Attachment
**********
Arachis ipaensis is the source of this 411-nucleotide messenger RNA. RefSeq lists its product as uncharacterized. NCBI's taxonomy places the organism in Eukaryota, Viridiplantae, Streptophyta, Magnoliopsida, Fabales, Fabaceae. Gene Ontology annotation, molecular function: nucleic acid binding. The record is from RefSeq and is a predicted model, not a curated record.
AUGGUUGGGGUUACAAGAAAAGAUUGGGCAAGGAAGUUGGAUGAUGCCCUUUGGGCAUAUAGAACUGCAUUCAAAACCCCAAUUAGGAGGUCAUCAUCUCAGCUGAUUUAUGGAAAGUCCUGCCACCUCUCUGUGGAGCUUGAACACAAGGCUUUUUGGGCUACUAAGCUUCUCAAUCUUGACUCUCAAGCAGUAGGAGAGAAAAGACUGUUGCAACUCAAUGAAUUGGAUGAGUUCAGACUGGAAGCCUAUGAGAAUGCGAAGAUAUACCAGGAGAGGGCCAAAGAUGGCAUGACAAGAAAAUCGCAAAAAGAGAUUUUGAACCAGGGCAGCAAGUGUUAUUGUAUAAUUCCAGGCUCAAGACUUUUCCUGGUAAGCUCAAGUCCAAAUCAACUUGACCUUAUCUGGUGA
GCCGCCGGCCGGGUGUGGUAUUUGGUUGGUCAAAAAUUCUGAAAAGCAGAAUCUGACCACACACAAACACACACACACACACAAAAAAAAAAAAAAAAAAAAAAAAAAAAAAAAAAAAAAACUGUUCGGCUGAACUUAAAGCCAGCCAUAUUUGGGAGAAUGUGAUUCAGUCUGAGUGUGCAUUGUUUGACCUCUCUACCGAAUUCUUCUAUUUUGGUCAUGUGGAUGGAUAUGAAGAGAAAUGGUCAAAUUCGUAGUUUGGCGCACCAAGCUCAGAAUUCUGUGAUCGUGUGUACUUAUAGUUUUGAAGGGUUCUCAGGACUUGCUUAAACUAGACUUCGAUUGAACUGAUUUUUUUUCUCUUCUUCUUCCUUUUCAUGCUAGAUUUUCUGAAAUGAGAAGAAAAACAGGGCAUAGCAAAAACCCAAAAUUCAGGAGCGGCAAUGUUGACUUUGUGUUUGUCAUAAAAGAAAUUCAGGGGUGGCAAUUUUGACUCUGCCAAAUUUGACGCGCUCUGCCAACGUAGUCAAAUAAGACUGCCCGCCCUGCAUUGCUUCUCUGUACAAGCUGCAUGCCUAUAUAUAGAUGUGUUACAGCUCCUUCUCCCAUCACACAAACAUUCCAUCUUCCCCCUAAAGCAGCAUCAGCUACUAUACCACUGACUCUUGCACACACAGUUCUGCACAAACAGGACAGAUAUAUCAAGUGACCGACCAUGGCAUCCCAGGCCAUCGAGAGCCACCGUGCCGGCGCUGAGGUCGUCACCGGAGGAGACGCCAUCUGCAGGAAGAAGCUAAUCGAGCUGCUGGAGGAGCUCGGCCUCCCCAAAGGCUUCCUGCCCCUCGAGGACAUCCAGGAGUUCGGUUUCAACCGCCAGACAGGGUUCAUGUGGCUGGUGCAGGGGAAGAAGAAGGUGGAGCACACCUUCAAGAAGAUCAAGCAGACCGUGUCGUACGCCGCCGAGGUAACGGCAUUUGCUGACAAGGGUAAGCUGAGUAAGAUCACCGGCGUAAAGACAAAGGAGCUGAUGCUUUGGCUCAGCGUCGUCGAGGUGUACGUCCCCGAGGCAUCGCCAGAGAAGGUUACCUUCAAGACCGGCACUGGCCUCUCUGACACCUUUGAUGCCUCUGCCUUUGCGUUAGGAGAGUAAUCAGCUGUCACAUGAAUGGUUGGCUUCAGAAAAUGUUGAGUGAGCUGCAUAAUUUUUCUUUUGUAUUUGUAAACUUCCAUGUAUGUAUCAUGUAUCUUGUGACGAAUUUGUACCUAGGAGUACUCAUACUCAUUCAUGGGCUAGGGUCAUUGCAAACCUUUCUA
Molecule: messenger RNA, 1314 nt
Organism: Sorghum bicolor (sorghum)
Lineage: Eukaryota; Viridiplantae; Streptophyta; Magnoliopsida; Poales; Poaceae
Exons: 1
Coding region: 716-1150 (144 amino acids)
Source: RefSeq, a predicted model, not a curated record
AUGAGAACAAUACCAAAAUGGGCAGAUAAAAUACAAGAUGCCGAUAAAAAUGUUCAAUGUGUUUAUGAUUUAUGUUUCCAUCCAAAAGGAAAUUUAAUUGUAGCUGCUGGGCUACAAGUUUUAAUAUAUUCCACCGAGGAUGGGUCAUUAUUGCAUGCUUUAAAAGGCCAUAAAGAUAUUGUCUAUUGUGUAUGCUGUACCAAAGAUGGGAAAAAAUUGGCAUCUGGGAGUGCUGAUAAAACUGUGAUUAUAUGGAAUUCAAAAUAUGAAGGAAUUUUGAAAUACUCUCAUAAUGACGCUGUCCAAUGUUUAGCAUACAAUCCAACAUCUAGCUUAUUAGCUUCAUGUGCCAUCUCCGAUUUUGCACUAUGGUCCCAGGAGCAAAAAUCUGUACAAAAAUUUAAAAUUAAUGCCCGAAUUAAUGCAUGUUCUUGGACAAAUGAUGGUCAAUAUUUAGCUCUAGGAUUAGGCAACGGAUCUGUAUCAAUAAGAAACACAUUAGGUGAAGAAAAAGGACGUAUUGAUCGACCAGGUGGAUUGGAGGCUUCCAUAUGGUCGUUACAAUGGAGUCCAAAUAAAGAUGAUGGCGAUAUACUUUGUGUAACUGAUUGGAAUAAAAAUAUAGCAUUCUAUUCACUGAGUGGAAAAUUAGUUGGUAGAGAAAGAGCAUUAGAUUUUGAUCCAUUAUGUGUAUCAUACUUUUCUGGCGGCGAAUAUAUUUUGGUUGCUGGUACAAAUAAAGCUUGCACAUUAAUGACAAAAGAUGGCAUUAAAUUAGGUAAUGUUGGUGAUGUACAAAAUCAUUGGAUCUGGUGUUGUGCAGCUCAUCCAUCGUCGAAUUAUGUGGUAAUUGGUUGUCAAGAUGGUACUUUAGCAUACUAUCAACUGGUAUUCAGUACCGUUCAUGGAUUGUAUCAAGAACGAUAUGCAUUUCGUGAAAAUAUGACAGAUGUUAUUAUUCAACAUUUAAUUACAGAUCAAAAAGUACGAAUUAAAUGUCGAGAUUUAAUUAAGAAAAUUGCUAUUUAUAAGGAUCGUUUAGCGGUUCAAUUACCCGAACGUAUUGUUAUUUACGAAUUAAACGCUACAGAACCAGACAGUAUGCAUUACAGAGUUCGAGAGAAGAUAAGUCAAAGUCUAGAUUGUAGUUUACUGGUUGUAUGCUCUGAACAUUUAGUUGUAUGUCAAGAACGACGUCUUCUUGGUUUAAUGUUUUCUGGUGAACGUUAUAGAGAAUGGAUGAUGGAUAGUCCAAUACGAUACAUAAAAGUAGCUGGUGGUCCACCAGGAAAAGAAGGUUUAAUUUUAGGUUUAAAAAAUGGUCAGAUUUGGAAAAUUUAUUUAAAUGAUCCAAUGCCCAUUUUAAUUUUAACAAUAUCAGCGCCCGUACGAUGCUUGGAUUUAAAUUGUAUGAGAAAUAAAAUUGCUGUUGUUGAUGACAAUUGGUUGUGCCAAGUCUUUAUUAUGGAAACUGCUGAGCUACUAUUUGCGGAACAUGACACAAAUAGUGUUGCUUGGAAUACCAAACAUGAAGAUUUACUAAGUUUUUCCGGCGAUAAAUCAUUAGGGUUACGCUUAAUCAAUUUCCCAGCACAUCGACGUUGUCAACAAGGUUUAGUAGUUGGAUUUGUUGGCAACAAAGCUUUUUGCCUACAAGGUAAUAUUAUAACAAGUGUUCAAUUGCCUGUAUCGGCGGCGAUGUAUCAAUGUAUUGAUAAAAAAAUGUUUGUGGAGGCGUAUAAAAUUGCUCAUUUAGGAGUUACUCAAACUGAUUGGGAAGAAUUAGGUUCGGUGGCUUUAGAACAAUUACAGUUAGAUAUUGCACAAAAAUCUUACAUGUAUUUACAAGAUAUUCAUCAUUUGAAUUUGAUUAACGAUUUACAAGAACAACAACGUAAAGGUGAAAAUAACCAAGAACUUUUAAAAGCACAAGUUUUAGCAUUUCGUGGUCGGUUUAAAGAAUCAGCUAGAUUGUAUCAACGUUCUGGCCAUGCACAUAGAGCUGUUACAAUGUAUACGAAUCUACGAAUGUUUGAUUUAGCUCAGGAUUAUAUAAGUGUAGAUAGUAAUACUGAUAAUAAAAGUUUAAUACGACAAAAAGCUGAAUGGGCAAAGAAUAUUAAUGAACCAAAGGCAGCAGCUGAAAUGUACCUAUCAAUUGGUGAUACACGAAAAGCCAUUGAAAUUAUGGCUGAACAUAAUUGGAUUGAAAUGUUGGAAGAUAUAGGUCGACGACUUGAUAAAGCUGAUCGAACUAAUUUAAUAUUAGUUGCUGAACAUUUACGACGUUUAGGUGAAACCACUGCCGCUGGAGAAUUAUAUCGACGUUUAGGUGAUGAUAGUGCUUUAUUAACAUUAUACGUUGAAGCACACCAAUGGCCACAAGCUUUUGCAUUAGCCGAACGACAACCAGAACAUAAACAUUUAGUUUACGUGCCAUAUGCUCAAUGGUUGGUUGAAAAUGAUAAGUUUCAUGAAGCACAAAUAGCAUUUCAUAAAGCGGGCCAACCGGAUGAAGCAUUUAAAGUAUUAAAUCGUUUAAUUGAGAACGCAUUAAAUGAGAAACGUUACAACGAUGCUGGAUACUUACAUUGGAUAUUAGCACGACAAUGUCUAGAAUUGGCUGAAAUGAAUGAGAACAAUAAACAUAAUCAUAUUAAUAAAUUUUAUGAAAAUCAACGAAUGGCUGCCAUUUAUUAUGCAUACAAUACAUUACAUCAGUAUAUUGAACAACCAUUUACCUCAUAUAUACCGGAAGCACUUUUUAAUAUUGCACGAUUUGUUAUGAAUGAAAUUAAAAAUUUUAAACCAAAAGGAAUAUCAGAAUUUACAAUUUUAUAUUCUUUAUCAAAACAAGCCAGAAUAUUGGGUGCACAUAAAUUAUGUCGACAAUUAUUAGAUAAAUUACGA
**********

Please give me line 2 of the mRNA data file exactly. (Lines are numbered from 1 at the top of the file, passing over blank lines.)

AUGGUUGGGGUUACAAGAAAAGAUUGGGCAAGGAAGUUGGAUGAUGCCCUUUGGGCAUAUAGAACUGCAUUCAAAACCCCAAUUAGGAGGUCAUCAUCUCAGCUGAUUUAUGGAAAGUCCUGCCACCUCUCUGUGGAGCUUGAACACAAGGCUUUUUGGGCUACUAAGCUUCUCAAUCUUGACUCUCAAGCAGUAGGAGAGAAAAGACUGUUGCAACUCAAUGAAUUGGAUGAGUUCAGACUGGAAGCCUAUGAGAAUGCGAAGAUAUACCAGGAGAGGGCCAAAGAUGGCAUGACAAGAAAAUCGCAAAAAGAGAUUUUGAACCAGGGCAGCAAGUGUUAUUGUAUAAUUCCAGGCUCAAGACUUUUCCUGGUAAGCUCAAGUCCAAAUCAACUUGACCUUAUCUGGUGA